Dayr al-Shaykh

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Dayr al-Shaykh
Dir-a-sheikh.jpg
The zawiya at Dayr al-Shaykh, 2007.
Arabic دير الشيخ
Name meaning The monastery (sanctuary) of the Sheikh (elder, or chief)[1]
Also spelled Dayr al-Sheikh, Deir el-Sheikh, Deir al Sheikh, Deir esh-Sheikh, Dar esh-Sheikh, Dar el-Sheikh,
Subdistrict Jerusalem
Population 220[2][3] (1945)
Area 1,366[2][3] dunams
Date of depopulation October 21, 1948[4]
Cause(s) of depopulation Military assault by Yishuv forces

Dayr al-Shaykh (Arabic: دير الشيخ‎) was a Palestinian Arab village in the Jerusalem Subdistrict, also known as the Jerusalem corridor. It was depopulated during the 1948 Arab-Israeli War. The village was located 16 kilometers (9.9 mi) west of Jerusalem, overlooking the Wadi al-Sarar stream to the northeast.

History[edit]

Mamluk period[edit]

During Mamluk times, Dayr al-Shaykh was home to one of the most famous local dynasties of local religious Shaykhs in the area. The founder was al-Sayyid Badr-al Din Muhammed who came to Palestine either from Iraq,[5] Khurasan,[6] or the Hijaz.[7] He first settled in Shuafat, but after the death of one of his daughters, whose tomb can still be seen in the village, he moved westwards.[8] According the Mamluk-era historian Mujīr al-Dīn al-'Ulaymī, Badr-al Din probably arrived in Palestine around 1229-1244, and eventually he settled at Dayr al-Shaykh. According to the same source, Badr-al Din was a man of great virtue, with a reputation of being close to God. He died 1253 (650 AH), and was buried at his zawiya at Dayr al-Shaykh. Because of him, Dayr al-Shaykh attracted many disciples and other people who came for ziyara.[9]

Badr-al Din had eight sons; the oldest, al-Sayyid Muhammed (died 1264-65 (663 AH)), is also described as a guide and leader.[10] Abd al-Afiz (died 1296-97 (696 AH), another of his sons to attain leadership status, returned to Jerusalem to a village that was subsequently renamed Sharafat for this family of Ashraf ("nobles").[10]

Ottoman period[edit]

Dayr al-Shaykh, like the rest of Palestine, was incorporated into the Ottoman Empire in 1517, and according to an Ottoman census of 1596, the village had a population of 113. It was a part of the nahiya ("subdistrict") of Jerusalem which was under the administration of the liwa ("district") of Jerusalem. It paid taxes on wheat, barley, olives, fruits, beehives, goats, and vineyards.[11]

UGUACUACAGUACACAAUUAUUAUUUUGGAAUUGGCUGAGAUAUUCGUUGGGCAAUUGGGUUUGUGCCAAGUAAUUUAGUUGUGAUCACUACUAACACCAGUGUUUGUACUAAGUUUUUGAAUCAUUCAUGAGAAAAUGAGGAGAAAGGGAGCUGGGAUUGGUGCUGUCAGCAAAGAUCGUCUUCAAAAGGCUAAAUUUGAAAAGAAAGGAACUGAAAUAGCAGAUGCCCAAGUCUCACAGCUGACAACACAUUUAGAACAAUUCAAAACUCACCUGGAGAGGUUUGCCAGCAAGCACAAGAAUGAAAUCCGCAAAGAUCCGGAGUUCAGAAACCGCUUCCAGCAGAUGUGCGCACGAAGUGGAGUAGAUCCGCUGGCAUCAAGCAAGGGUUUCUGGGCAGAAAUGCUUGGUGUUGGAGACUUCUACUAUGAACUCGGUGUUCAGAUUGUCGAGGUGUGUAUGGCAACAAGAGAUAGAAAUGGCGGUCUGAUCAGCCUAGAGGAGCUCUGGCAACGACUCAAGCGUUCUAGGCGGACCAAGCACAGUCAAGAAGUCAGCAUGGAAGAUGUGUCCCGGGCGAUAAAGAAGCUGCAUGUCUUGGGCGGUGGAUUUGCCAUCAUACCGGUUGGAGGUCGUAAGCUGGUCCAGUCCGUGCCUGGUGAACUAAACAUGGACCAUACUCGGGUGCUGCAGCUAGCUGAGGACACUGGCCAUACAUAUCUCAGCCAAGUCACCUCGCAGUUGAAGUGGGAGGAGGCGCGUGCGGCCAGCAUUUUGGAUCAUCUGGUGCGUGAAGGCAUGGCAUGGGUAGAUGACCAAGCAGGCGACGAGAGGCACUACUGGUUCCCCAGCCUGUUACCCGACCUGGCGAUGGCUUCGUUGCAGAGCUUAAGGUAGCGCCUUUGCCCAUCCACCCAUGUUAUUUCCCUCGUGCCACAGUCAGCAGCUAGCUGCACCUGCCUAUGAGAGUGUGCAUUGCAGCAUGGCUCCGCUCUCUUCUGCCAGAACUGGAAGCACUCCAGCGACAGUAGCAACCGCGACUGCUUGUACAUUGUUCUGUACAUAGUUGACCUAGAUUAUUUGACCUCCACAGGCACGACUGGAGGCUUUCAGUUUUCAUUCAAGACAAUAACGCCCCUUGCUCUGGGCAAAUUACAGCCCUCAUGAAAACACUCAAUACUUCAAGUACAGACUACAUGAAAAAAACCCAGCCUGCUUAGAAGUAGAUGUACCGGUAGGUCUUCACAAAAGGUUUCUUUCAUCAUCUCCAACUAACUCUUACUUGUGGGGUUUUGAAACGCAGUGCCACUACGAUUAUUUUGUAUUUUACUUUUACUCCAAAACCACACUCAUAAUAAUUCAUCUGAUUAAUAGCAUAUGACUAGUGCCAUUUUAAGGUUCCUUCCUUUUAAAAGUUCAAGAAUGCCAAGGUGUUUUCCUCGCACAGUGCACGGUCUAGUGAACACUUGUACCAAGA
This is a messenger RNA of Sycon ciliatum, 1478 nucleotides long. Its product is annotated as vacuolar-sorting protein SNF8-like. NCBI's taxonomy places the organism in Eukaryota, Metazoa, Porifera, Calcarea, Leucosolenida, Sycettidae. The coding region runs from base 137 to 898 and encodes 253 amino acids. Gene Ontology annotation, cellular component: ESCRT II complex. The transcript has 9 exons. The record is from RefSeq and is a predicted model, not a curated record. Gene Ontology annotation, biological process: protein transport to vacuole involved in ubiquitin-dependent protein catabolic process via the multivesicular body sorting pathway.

In 1834, when Ibrahim Pasha of Egypt led the Egyptian army into Palestine, he confiscated large areas of land once belonging to local leaders in the process. However, according to local tradition, when Ibrahim Pasha sent a regiment to confiscate the land of Dayr al-Shaykh, it was attacked by a swarm of bees. According to tradition, this was Shaykh Badr defending his abode.[12][13]

An Ottoman village list of about 1870 found 28 houses and a population of 101, though the population count included only men,[14] while the population grew to about 400 by the early 1870s.[2] However, the village was described as deserted by 1883.[15] Palestinian historian Walid Khalidi writes that the inhabitants might either have migrated elsewhere for a temporary period or died during the typhus epidemic that swept the area in 1874.[2] However, according to P.J. Baldensperger, writing in 1894, Sheikh Ethman, a direct descendant of Shaykh Badr, was partly a resident of Artas, partly of Dayr al-Shaykh, from 1874-1882. Sheikh Ethman, described in 1894 as a man about 50, with "fine features, tall, and very sober in speech", wore a green turban as a symbol of his descent from Husayn. He had been greatly revered by everybody until an incident in 1881, involving the escape of a criminal, had left his reputation diminished.[16]

British Mandate in Palestine[edit]